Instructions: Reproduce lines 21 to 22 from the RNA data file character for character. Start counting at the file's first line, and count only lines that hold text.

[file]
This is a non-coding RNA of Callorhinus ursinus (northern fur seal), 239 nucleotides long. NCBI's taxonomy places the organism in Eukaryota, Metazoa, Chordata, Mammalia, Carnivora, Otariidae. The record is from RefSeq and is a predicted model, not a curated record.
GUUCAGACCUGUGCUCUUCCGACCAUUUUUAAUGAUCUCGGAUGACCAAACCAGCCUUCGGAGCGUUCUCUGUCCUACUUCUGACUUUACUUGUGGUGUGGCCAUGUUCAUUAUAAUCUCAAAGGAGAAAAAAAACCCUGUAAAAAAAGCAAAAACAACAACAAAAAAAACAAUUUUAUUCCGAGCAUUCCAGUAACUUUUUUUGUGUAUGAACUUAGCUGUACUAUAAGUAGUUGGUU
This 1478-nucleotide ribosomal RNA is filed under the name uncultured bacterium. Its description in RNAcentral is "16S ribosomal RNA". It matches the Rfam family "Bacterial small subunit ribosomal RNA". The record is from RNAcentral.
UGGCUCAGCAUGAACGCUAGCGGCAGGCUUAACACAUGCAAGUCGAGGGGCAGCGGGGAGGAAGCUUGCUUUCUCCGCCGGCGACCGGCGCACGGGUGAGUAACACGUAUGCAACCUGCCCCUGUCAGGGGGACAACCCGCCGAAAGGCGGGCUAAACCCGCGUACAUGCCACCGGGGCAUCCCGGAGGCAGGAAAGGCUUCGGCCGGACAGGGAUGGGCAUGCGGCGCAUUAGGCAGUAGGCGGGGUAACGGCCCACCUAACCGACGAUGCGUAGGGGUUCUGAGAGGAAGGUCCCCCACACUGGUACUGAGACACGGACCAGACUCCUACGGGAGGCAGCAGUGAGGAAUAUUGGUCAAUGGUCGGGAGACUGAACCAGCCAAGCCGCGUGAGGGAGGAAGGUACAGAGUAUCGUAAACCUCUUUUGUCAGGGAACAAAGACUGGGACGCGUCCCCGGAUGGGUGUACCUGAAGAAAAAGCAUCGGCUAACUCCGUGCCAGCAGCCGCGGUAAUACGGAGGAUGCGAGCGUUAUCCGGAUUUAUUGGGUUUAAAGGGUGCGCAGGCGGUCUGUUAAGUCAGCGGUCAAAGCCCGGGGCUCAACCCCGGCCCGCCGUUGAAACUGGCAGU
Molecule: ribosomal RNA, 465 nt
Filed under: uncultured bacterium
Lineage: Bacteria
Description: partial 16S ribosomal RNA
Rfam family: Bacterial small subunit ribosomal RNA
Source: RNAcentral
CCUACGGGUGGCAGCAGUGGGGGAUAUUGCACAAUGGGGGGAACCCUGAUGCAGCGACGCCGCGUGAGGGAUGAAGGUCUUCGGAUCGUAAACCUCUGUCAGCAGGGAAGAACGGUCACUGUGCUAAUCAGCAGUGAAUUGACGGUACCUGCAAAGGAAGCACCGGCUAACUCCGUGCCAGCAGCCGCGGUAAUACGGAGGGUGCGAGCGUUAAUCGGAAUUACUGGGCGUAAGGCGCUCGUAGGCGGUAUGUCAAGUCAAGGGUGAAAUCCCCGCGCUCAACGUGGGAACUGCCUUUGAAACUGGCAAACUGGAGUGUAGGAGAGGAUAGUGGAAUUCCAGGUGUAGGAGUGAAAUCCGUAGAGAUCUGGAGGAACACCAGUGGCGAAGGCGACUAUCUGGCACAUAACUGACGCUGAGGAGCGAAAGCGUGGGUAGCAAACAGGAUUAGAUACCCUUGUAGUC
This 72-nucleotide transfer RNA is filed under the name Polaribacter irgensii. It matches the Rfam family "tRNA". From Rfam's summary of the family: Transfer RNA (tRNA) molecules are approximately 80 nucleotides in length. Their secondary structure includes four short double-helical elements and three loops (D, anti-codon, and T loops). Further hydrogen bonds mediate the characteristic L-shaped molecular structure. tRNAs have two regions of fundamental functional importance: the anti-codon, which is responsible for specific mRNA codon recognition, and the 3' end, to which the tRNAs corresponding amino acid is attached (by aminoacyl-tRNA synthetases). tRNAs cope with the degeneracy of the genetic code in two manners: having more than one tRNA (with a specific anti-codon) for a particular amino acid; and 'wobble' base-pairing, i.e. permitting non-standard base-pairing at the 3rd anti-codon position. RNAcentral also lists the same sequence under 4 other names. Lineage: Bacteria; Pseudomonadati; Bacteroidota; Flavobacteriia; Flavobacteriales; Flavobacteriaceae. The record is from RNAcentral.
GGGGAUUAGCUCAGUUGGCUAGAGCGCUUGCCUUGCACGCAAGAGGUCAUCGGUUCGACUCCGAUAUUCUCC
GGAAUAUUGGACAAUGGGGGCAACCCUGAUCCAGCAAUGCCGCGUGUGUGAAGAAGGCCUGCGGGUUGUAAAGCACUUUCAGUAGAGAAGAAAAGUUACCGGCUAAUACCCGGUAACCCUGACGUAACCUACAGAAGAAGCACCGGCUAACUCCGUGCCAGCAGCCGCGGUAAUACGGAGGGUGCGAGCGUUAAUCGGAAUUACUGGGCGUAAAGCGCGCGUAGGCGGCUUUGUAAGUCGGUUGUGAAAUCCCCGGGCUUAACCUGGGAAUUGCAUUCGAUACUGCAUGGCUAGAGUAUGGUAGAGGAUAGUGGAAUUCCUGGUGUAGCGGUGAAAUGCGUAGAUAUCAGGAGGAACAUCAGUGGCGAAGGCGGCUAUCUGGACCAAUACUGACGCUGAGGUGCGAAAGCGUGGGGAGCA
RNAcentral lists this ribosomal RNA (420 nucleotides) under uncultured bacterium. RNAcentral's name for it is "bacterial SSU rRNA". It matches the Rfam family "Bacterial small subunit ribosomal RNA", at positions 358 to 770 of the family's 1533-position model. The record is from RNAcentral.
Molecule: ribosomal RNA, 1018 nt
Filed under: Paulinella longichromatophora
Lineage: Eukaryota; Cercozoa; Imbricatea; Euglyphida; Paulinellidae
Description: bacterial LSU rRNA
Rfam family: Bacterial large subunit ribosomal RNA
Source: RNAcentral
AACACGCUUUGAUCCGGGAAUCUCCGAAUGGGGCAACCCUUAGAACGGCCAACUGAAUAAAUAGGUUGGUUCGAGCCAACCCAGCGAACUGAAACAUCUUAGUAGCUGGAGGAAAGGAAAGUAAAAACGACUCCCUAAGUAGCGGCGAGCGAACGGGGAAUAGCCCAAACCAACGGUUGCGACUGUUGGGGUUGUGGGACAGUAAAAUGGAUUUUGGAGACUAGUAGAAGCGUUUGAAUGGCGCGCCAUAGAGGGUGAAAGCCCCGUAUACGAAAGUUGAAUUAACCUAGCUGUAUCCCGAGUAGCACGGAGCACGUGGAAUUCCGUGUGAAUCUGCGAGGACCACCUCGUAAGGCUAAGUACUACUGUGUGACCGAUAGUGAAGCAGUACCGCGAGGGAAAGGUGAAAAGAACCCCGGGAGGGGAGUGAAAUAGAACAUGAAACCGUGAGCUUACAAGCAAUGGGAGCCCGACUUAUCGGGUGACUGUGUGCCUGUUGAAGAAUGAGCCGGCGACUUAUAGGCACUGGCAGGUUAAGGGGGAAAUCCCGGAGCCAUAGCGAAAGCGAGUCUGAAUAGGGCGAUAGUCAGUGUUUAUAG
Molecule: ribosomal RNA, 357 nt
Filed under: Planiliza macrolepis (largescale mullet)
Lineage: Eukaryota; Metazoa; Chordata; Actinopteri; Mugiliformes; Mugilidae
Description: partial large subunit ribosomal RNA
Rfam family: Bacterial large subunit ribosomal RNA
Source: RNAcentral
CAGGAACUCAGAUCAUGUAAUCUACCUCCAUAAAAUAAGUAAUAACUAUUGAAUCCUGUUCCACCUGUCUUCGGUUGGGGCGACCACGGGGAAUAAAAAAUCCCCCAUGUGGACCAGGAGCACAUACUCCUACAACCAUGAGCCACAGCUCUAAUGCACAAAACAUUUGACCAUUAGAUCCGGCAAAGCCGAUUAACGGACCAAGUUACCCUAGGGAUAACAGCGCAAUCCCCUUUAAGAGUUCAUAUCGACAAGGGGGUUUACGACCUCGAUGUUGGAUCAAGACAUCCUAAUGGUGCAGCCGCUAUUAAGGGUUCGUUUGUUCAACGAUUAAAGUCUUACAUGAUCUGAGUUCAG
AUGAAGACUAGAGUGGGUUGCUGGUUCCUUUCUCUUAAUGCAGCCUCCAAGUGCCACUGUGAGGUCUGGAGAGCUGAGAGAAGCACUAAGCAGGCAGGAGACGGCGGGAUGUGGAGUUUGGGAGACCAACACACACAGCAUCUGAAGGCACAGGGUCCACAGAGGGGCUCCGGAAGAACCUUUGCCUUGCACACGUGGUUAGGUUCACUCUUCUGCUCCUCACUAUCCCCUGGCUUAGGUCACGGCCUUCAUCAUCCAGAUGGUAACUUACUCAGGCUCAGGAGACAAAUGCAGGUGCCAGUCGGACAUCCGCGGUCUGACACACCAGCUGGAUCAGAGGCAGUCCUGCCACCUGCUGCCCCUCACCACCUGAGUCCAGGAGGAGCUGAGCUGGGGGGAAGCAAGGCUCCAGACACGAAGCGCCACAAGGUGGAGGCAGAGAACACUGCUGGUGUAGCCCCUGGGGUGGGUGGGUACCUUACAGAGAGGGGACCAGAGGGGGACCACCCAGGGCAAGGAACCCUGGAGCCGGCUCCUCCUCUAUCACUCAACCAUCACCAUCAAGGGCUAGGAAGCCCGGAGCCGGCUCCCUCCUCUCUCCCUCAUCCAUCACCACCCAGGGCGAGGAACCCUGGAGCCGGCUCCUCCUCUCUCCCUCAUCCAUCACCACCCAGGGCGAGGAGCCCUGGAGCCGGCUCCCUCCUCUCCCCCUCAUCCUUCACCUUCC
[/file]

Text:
Source: RNAcentral
AACACGCUUUGAUCCGGGAAUCUCCGAAUGGGGCAACCCUUAGAACGGCCAACUGAAUAAAUAGGUUGGUUCGAGCCAACCCAGCGAACUGAAACAUCUUAGUAGCUGGAGGAAAGGAAAGUAAAAACGACUCCCUAAGUAGCGGCGAGCGAACGGGGAAUAGCCCAAACCAACGGUUGCGACUGUUGGGGUUGUGGGACAGUAAAAUGGAUUUUGGAGACUAGUAGAAGCGUUUGAAUGGCGCGCCAUAGAGGGUGAAAGCCCCGUAUACGAAAGUUGAAUUAACCUAGCUGUAUCCCGAGUAGCACGGAGCACGUGGAAUUCCGUGUGAAUCUGCGAGGACCACCUCGUAAGGCUAAGUACUACUGUGUGACCGAUAGUGAAGCAGUACCGCGAGGGAAAGGUGAAAAGAACCCCGGGAGGGGAGUGAAAUAGAACAUGAAACCGUGAGCUUACAAGCAAUGGGAGCCCGACUUAUCGGGUGACUGUGUGCCUGUUGAAGAAUGAGCCGGCGACUUAUAGGCACUGGCAGGUUAAGGGGGAAAUCCCGGAGCCAUAGCGAAAGCGAGUCUGAAUAGGGCGAUAGUCAGUGUUUAUAG